The Letter to the Hebrews urges us to “keep running steadily in the race we have started, keeping our eyes fixed on Jesus” (Heb. 12:1-2). There are so many distractions in life, all the tempting prizes which can be won by those with money, power, personality or luck. Some of these pleasant things are illegal, immoral or bad for one’s health. Others are good, but of second or third-rate importance.

This month, Catholics in China are in two worlds. Chinese New Year, a time of celebration and joy, coincides with the beginning of Lent. Since both the Chinese and the Church calendar follow the moon, this happens more years than not.

What is special about 2008 is that Easter falls so early, on March 23. That is not the earliest possible date. Once every several thousand years, Easter, the first Sunday after the first full moon after the first day of spring, falls on March 22. Yet 23 March 2008, will be the earliest Easter in decades.

People need a break from their usual routine, some time of rest from the frantic pace of life in a modern city. Despite material affluence and an abundance of food, modern life still conveys a message of scarcity. There are only so many places near the top of the class, only a limited number of good jobs and only so many outstanding people to meet.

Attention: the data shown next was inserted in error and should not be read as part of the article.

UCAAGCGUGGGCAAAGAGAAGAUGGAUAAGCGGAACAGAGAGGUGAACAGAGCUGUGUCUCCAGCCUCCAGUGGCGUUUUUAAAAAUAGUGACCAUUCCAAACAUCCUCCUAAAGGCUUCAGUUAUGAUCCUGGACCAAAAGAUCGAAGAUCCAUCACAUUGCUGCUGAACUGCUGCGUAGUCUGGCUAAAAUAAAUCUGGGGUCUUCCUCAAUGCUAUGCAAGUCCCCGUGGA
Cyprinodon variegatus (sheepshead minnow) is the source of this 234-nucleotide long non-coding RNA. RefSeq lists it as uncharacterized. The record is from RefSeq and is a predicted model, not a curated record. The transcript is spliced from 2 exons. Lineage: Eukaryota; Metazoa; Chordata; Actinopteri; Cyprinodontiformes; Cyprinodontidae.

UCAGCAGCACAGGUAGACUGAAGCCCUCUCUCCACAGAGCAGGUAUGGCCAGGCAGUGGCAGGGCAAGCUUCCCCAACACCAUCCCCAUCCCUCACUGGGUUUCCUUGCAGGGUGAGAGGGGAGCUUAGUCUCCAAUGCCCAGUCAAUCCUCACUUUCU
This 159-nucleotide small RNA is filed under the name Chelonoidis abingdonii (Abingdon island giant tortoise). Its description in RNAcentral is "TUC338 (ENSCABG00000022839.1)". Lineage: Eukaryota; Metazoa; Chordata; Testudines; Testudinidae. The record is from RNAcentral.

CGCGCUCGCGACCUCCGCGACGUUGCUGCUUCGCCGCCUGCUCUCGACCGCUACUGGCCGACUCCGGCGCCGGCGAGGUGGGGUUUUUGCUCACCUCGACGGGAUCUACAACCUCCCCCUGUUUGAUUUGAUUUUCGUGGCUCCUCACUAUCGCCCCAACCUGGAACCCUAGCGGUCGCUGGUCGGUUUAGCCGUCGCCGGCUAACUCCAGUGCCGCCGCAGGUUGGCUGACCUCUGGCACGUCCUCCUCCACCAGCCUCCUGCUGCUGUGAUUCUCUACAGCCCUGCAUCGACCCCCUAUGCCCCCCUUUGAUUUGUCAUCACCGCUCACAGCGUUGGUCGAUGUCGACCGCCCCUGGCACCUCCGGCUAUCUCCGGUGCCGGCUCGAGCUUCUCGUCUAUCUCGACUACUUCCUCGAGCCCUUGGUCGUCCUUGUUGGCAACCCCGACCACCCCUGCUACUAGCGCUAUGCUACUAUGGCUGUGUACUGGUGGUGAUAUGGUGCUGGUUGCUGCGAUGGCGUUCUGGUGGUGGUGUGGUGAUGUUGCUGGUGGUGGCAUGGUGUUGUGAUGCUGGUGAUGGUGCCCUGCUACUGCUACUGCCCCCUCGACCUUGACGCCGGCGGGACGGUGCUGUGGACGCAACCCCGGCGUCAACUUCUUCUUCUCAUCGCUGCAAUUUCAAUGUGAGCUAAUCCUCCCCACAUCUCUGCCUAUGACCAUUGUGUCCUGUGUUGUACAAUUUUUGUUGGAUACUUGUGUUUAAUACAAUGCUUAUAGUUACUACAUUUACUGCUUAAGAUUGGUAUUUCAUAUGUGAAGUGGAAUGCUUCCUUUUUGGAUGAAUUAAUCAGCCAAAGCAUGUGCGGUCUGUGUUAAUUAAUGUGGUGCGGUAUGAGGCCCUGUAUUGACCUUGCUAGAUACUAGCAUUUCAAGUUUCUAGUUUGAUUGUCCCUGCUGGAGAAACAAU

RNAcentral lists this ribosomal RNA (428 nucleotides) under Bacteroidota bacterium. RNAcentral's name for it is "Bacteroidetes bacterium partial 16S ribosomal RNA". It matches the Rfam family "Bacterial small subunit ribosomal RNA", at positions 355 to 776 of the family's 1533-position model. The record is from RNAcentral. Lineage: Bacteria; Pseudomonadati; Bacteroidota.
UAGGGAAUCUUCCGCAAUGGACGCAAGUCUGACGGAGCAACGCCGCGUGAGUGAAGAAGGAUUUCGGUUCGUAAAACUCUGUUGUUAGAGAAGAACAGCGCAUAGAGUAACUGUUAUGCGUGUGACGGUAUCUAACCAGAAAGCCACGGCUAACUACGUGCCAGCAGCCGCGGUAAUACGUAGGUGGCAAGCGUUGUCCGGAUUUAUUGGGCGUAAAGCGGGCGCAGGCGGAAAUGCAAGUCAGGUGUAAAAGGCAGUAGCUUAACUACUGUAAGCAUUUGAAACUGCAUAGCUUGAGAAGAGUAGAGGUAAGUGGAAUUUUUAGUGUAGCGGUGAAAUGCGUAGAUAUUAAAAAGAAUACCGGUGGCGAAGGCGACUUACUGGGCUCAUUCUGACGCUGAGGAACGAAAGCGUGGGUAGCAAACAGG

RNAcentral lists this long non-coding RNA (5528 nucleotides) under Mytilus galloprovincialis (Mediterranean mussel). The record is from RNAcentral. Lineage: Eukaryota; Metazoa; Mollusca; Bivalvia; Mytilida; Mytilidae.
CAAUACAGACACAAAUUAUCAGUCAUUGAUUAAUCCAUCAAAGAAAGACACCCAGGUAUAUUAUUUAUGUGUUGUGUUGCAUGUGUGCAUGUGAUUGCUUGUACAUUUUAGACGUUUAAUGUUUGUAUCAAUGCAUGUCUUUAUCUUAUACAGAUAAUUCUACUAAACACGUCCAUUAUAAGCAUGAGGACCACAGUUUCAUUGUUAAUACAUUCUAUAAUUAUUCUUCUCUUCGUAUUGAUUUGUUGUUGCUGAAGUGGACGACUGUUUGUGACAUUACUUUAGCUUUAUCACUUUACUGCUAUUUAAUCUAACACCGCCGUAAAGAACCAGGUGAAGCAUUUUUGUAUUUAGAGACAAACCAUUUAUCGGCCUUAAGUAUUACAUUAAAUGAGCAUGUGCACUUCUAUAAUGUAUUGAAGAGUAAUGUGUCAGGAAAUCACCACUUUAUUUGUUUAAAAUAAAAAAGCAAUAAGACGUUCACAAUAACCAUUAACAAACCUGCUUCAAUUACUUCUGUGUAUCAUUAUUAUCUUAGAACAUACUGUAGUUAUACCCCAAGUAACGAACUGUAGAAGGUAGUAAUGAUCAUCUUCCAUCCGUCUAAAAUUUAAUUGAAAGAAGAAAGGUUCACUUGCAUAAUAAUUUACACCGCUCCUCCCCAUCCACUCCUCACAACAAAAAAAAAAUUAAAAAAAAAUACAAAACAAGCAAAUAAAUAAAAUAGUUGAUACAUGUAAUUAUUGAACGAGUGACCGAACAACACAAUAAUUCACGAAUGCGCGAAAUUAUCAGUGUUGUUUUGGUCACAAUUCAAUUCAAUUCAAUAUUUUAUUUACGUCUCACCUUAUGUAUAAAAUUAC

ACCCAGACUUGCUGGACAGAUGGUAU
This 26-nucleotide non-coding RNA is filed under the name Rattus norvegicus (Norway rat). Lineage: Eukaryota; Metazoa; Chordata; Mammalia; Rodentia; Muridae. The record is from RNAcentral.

The message of the Bible, however, is one of abundance, not scarcity. Yes, the themes of Lent are sober. But, as the opening line of a 19th century hymn by Father Frederick Faber says, “There’s a wideness in God’s mercy like the wideness of the sea.” Entrance to heaven is not limited to people in the top 10 per cent of holiness. Believers can feel at ease helping one another draw closer to God. Catholics are not threatened by cooperating with everyone else to build a more harmonious society. These are win-win situations, not spiritual rat races.

China Bridge now wishes all our readers a safe, peaceful, and above all, refreshing Lunar New Year and a happy Year of the Rat.